Eye on Africa

Call it an act of self-preservation. The longevity of Londolozi Productions in South Africa depends on the continued existence of the country's - and the continent's - animals and their natural environs. So, from their point of view, promoting conservation and...
August 1, 2000

Call it an act of self-preservation. The longevity of Londolozi Productions in South Africa depends on the continued existence of the country’s – and the continent’s – animals and their natural environs. So, from their point of view, promoting conservation and sustainable development makes practical business sense – in addition to benefiting the planet. With that in mind, the prodco is moving towards a closer relationship with the Conservation Corporation Africa (CCAfrica), whose mandate is ‘to establish a significant extent of African real estate under wildlife,’ primarily through ‘low-impact, high-yield’ tourism.

A strong familial link already exists between the two companies. Brothers John and Dave Varty started Londolozi Productions in 1981, after years of running a private game park (Londolozi) in South Africa’s Sabi Sand Reserve, which borders Kruger National Park. John took on the mantle of filmmaker-in-the-trenches, while Dave focused his attention on strategic planning on all fronts. Using the Londolozi model of land restoration, wildlife conservation and community involvement, Dave launched CCAfrica in 1990 to introduce their eco-tourism concept to other areas.

To date, CCAfrica and Londolozi Productions have operated as separate entities, although one has often assisted the other. This year, the Varty brothers are working to forge a legal alliance between the prodco and the corporation. Oloff Bergh, general manager of Londolozi Productions, says, ‘We see ourselves as providing Africa’s entertainment to the world. We do it through the medium of film as Londolozi Productions, and CCAfrica does it by means of leisure travel, and the two are closely linked.’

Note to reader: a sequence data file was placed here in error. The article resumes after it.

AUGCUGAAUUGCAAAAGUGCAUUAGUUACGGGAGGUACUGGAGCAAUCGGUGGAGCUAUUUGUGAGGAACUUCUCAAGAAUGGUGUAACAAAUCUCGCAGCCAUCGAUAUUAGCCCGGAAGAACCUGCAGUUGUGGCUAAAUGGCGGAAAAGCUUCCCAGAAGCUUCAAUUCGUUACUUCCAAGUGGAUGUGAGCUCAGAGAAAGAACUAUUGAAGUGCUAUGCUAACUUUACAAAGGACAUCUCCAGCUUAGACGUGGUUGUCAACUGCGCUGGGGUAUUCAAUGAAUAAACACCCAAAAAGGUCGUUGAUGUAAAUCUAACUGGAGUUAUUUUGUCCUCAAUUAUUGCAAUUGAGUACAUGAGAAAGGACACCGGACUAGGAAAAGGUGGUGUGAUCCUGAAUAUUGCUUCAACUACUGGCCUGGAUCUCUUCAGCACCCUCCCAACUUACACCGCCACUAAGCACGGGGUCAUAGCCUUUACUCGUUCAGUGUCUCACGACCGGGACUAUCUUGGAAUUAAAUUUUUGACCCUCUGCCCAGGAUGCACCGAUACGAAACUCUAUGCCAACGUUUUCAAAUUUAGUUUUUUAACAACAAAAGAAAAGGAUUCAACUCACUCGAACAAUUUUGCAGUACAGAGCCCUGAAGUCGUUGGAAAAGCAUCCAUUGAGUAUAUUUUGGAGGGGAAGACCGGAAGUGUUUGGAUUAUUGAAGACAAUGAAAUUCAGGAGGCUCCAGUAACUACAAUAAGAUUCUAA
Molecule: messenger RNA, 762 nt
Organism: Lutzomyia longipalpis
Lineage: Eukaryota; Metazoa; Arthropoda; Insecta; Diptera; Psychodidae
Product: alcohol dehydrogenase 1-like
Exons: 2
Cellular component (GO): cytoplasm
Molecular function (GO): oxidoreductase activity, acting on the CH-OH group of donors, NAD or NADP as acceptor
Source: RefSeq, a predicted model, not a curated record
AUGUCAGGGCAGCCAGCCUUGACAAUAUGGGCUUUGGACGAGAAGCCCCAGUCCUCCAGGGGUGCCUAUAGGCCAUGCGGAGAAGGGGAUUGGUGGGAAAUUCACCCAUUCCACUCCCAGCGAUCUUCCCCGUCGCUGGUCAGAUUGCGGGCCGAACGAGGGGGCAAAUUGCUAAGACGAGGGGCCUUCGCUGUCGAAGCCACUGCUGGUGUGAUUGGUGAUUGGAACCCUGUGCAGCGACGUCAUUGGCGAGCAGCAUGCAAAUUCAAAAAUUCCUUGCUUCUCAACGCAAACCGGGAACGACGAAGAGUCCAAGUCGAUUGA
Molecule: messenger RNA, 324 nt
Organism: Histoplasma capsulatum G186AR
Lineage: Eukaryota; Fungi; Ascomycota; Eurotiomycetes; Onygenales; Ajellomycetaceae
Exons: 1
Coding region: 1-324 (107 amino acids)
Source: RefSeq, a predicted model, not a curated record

One of their most recent joint initiatives is the launch of a new website in late September that will feature real-time video streaming, first from the Londolozi park and later from areas including the Luanga Valley and the Masai Mara. Bergh says the prodco will have at least three full-time, on-site camera crews capturing images to create the experience of a ‘virtual safari.’ The site will have links to London-based distributor Explore International, which distributes Londolozi’s programs, and will offer information about CCAfrica’s lodges. ‘There’s a business angle and a conservation communication angle,’ notes Bergh.

Conservation controversy

In the early 1990s, the site of the first adult elephant translocation from Zimbabwe’s Gonarezhou Game Reserve was Phinda, CCAfrica’s game reserve that lies south of Londolozi, between the Ubombo Mountains and the Indian Ocean in Zululand. Les Carlisle, conservation and development manager of CCAfrica, says that the young elephants initially had problems settling down – like errant teenagers lacking parental guidance – but stabilized after a breeding herd was translocated from Kruger in 1994. In total, more than 1,500 head of game have been re-introduced to Phinda.

Taking the conservation concept one step further, John Varty is focusing on the creation of tiger sanctuaries outside of Asia, and has already initiated a pilot project in South Africa. So far, says Bergh, two purebred adult Bengal tigers are being carefully monitored by scientists, to assess the animals’ suitability for relocation.